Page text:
Perfluoroallyl chloride (PFAC), a fluorine-containing compound, has very severe toxicity, but this toxicity is not well characterised. We report a fatal case of acute chemical lung injury caused by the inhalation of PFAC. A 39-year-old man, working at a chemical factory, inhaled PFAC gas and died 16 days later of acute lung injury with severe pneumothorax. We present his clinical course together with thoracic CT findings, autopsy and analysis of PFAC in blood and urine samples with gas chromatograph-mass spectrometry. Previously, a fatal case of PFAC was reported in 1981 but PFAC was not identified in any of the patient's samples. In our patient, we identified PFAC in both blood and urine samples. Our toxicological analysis may be used as a reference to detect PFAC toxicity in the future. Our study should be helpful for diagnosing lung injury induced by a highly toxic gas, such as PFAC. PMID:24311414

  14. Predation as a cause of neurologic signs and acute mortality in a pheasant flock.

    PubMed

    Martin, M P; Anderson, C M; Johnson, B; Wakenell, P S

    2006-09-01

    A flock of approximately 15,000 ring-necked pheasants (Phasianus colchicus) was evaluated for a sudden increase in mortality and acute neurological signs after having been previously diagnosed 3 wk earlier with a chronic respiratory disease of undetermined etiology. Approximately 25 live birds were displaying neurological signs including circling, ataxia, and obtunded behavior and 50 birds were dead. Three birds with neurological signs were submitted for evaluation. Extensive subcutaneous hemorrhage over the head and penetrating puncture wounds through the skull and into the brain were found. Trauma from a wild predatory mammal, most likely the long-tailed weasel (Mustela frenata) that had invaded the pheasant house and expressed surplus killing behavior was determined to be the cause of the acute neurological signs and mortality. The relationship of the chronic respiratory disease to the predation episode was not determined but it is possible that pheasants with severe respiratory disease may have had increased susceptibility to predation. PMID:17039853

  15. Solitary C1 spinal osteochondroma causing vertebral artery compression and acute cerebellar infarct.

    PubMed

    Zhang, Yaxia; Ilaslan, Hakan; Hussain, Muhammad S; Bain, Mark; Bauer, Thomas W

    2015-02-01

    Osteochondroma is a common benign bone lesion, usually involving the long bones. Spinal involvement is rare. The clinical presentation of spinal osteochondroma varies according to the site of the lesion. The most common reported clinical presentation is secondary to encroachment of the lesion on the spinal canal or nerve roots. Less common presentations such as a palpable neck mass, dysphagia, sleep apnea, paralysis of left vocal cord or acute respiratory distress have been reported when the lesions compress the anatomic structures anteriorly. We describe a rare case of a young patient who presented with an emergent critical condition of acute cerebellar infarct as a result of vertebral artery compression caused by a solitary C1 spinal osteochondroma. PMID:25109381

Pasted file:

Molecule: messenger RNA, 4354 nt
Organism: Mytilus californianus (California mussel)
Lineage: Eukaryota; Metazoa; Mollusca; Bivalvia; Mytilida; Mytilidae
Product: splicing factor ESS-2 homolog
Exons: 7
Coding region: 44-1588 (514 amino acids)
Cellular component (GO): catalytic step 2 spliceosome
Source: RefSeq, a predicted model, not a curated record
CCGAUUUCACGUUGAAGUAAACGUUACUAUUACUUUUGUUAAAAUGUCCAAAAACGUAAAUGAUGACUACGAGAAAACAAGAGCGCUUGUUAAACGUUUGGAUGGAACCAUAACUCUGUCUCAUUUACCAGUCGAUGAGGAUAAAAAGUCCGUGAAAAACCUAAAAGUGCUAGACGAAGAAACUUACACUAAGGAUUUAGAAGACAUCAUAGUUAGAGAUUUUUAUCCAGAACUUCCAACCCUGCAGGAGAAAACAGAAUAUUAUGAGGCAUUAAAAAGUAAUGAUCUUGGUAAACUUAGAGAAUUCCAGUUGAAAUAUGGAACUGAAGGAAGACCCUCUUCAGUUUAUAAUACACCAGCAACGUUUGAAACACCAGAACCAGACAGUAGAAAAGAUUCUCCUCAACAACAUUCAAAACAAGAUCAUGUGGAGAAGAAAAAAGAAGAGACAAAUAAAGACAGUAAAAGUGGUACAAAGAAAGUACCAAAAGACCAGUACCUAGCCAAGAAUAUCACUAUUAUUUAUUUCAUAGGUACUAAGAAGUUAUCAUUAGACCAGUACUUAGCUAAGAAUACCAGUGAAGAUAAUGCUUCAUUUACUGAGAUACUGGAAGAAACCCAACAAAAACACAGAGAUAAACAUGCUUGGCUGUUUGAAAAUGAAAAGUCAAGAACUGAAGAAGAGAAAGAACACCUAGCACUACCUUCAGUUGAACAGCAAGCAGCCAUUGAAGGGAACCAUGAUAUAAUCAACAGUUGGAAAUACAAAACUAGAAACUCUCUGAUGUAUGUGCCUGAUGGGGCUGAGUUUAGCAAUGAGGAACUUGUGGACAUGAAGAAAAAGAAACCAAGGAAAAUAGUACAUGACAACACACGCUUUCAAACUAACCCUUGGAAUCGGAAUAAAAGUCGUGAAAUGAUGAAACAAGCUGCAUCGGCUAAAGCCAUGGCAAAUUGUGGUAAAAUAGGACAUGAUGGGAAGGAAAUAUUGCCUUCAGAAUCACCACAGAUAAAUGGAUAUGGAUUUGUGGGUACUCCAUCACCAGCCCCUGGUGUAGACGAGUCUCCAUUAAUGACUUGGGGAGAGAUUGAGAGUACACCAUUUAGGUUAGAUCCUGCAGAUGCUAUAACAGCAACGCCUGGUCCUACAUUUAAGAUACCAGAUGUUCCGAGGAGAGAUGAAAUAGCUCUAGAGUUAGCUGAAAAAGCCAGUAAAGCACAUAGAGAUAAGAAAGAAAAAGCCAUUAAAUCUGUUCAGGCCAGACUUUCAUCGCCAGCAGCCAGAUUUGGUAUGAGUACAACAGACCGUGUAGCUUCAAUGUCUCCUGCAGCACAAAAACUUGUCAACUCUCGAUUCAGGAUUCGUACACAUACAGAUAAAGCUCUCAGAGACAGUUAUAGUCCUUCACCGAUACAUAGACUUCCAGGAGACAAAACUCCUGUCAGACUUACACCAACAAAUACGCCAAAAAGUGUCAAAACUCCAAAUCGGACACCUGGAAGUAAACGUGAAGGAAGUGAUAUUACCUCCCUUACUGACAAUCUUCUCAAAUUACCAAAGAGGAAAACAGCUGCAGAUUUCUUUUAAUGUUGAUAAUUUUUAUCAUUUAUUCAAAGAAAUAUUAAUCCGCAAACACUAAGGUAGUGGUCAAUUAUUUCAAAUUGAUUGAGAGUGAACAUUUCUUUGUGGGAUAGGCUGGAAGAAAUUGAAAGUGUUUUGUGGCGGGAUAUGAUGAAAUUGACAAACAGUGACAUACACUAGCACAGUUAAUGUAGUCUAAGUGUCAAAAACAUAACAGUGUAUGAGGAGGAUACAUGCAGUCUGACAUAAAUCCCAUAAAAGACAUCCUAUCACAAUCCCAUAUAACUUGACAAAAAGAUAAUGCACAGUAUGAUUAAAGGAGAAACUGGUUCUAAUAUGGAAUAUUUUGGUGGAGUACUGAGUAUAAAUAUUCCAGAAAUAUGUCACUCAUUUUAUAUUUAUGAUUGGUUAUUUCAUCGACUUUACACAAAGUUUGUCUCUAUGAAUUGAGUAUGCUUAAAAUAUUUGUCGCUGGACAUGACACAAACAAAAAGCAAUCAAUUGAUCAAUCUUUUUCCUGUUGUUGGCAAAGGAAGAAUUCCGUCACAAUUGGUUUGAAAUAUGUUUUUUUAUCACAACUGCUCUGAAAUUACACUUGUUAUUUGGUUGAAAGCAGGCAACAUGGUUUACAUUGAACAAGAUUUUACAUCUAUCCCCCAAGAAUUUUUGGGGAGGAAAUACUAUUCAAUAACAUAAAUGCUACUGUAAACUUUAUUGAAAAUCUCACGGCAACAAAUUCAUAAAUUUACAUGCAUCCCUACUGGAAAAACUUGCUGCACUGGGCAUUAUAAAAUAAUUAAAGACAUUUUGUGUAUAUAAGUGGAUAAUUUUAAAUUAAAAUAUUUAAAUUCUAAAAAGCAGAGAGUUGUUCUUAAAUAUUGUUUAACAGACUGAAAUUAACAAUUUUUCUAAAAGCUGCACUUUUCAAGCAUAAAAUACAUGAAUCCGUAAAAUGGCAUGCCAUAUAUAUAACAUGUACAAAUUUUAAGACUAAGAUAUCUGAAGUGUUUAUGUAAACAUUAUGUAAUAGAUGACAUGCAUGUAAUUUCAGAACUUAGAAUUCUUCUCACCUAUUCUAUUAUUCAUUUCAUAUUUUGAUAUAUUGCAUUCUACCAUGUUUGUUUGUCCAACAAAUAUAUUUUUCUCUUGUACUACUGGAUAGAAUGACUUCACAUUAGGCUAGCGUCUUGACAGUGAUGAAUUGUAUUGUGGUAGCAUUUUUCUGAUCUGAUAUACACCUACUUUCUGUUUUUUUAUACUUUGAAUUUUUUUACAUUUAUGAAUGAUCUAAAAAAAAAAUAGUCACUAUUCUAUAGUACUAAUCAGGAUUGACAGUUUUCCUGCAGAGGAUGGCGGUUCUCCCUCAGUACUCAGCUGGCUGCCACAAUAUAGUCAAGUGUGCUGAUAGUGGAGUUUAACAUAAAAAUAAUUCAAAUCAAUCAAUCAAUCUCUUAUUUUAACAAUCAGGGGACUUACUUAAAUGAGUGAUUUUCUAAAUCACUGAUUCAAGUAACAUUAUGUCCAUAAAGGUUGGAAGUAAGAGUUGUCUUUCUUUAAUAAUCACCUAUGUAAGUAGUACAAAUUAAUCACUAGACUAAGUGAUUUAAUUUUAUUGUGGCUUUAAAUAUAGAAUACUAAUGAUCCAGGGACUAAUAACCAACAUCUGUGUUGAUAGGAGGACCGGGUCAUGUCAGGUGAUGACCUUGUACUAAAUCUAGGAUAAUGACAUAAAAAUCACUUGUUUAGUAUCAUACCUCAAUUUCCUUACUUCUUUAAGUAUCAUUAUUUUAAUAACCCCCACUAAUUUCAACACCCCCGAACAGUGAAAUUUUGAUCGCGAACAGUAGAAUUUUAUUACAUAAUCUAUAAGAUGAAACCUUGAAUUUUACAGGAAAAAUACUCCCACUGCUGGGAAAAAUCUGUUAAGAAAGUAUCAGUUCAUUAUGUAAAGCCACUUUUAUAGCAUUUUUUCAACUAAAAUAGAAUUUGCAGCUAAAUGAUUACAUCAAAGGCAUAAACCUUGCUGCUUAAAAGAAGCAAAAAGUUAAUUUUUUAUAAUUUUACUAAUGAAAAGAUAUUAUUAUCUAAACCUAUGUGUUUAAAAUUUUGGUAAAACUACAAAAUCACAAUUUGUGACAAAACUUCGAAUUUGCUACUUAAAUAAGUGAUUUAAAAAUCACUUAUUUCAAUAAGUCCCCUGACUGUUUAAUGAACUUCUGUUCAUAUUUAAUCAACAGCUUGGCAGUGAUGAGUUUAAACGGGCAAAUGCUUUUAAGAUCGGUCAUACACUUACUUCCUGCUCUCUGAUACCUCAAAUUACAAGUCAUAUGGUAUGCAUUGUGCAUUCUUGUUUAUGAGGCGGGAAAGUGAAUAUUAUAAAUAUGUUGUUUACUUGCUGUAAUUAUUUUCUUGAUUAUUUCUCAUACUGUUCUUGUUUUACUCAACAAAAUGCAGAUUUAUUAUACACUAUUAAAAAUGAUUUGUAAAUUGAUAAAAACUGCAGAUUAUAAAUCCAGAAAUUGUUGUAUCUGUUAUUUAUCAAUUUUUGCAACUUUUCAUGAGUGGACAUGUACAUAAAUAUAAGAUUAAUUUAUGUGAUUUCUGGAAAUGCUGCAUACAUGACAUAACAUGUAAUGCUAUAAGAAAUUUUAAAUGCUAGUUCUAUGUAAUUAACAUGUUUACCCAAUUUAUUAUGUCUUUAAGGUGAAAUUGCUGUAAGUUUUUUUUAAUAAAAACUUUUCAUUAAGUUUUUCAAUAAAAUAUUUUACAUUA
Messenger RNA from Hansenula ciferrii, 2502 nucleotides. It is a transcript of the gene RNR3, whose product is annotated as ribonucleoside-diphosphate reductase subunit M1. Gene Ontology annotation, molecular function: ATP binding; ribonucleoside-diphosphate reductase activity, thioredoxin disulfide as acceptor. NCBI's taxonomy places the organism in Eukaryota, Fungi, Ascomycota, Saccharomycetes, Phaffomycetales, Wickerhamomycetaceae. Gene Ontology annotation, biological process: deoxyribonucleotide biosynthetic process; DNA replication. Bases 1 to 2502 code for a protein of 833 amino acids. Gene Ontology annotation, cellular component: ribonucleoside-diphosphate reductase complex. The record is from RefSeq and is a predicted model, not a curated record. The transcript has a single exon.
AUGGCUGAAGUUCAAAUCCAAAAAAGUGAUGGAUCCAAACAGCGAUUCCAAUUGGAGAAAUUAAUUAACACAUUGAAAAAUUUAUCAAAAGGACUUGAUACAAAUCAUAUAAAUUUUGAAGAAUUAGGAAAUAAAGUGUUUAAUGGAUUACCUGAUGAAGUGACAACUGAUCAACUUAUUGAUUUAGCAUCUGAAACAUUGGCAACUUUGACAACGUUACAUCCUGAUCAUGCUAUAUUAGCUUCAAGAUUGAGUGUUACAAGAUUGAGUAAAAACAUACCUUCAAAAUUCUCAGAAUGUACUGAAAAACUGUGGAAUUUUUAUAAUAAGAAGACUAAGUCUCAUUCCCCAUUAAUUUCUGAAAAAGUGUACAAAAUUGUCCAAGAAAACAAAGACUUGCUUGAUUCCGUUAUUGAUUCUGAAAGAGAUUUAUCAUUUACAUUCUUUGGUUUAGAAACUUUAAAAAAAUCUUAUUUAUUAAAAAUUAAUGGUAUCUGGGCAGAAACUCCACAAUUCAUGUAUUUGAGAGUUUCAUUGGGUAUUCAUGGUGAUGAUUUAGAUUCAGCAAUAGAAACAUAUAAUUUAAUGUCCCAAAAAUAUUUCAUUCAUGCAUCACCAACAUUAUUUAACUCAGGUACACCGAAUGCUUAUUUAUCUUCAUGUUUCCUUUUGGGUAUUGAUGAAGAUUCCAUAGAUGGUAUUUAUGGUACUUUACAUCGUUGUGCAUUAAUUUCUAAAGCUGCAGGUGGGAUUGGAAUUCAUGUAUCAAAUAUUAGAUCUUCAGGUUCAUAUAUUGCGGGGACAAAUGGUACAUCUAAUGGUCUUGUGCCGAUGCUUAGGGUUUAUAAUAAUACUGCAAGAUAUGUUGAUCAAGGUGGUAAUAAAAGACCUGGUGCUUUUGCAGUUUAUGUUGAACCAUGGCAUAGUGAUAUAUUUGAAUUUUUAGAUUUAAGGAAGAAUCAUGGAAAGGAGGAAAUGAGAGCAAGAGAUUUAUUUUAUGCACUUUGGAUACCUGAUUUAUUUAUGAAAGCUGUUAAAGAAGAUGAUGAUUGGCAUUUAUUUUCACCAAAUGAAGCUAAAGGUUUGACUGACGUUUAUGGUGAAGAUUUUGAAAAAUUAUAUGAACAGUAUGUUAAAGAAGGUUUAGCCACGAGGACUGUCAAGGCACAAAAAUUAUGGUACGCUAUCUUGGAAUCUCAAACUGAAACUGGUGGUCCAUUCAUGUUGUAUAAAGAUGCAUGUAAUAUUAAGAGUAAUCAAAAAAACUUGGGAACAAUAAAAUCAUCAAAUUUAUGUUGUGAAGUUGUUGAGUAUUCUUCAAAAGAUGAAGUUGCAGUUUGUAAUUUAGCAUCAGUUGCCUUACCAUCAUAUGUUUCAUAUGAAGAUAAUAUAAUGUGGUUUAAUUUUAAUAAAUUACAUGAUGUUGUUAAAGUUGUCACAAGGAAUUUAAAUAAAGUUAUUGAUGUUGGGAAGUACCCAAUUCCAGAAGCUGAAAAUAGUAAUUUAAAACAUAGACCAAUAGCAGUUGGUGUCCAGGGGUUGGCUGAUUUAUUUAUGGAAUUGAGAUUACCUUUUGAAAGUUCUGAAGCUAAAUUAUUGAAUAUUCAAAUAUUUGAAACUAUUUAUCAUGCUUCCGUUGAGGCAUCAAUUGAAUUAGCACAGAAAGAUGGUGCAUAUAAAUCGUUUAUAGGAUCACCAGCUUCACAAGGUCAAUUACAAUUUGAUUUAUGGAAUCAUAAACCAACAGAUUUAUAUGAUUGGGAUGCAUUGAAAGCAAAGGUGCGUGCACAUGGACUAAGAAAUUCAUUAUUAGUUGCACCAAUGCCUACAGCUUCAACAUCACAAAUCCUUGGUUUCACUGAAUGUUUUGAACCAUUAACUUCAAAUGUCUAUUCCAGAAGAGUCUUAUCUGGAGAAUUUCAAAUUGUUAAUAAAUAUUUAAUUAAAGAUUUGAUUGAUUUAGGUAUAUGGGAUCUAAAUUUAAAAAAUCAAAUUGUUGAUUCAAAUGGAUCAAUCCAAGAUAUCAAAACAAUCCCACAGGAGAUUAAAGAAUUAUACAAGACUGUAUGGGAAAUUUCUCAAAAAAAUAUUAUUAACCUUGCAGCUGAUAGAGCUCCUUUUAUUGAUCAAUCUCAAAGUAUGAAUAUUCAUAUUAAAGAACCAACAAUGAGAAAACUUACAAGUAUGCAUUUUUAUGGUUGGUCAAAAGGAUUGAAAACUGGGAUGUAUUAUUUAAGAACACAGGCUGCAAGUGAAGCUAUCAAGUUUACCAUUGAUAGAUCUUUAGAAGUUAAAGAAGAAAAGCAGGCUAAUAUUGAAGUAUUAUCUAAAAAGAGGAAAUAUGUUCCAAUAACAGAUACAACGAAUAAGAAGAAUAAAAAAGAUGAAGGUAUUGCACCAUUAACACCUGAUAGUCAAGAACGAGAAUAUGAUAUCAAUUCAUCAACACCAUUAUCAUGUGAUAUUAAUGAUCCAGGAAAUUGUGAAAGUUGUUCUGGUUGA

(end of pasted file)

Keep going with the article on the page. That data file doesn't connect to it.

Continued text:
16. Lung Postmortem Autopsy Revealing Extramedullary Involvement in Multiple Myeloma Causing Acute Respiratory Distress Syndrome

    PubMed Central

    Ravinet, Aurélie; Perbet, Sébastien; Guièze, Romain; Guérin, Renaud; Gayraud, Guillaume; Aliane, Jugurtha; Tremblay, Aymeric; Pascal, Julien; Ledoux, Albane; Chaleteix, Carine; Dechelotte, Pierre; Bay, Jacques-Olivier; Bazin, Jean-Etienne; Constantin, Jean-Michel

    2014-01-01

    Pulmonary involvement with multiple myeloma is rare. We report the case of a 61-year-old man with past medical history of chronic respiratory failure with emphysema, and a known multiple myeloma (Durie and Salmon stage III B and t(4;14) translocation). Six months after diagnosis and first line of treatment, he presented acute dyspnea with interstitial lung disease. Computed tomography showed severe bullous emphysema and diffuse, patchy, multifocal infiltrations bilaterally with nodular character, small bilateral pleural effusions, mediastinal lymphadenopathy, and a known lytic lesion of the 12th vertebra. He was treated with piperacillin-tazobactam, amikacin, oseltamivir, and methylprednisolone. Finally, outcome was unfavourable. Postmortem analysis revealed diffuse and nodular infracentimetric infiltration of the lung parenchyma by neoplastic plasma cells. Physicians should be aware that acute respiratory distress syndrome not responding to treatment of common causes could be a manifestation of the disease, even with negative BAL or biopsy and could be promptly treated with salvage therapy. PMID:25165587

  17. Acute Hepatic Necrosis Caused by Salmonella enterica Serotype I 4,5,12:−:1,2 in a Dog

    PubMed Central

    Meiring, Thelma; Grant, Andrew J.; Watson, Penny J.

    2015-01-01

    Acute hepatic necrosis was diagnosed in a dog. Gram staining and fluorescence in situ hybridization identified Salmonella enterica in the liver, subsequently confirmed as S. enterica serotype I 4,5,12:−:1,2. This is the first report of acute hepatic necrosis with liver failure caused by Salmonella in a dog. PMID:26292301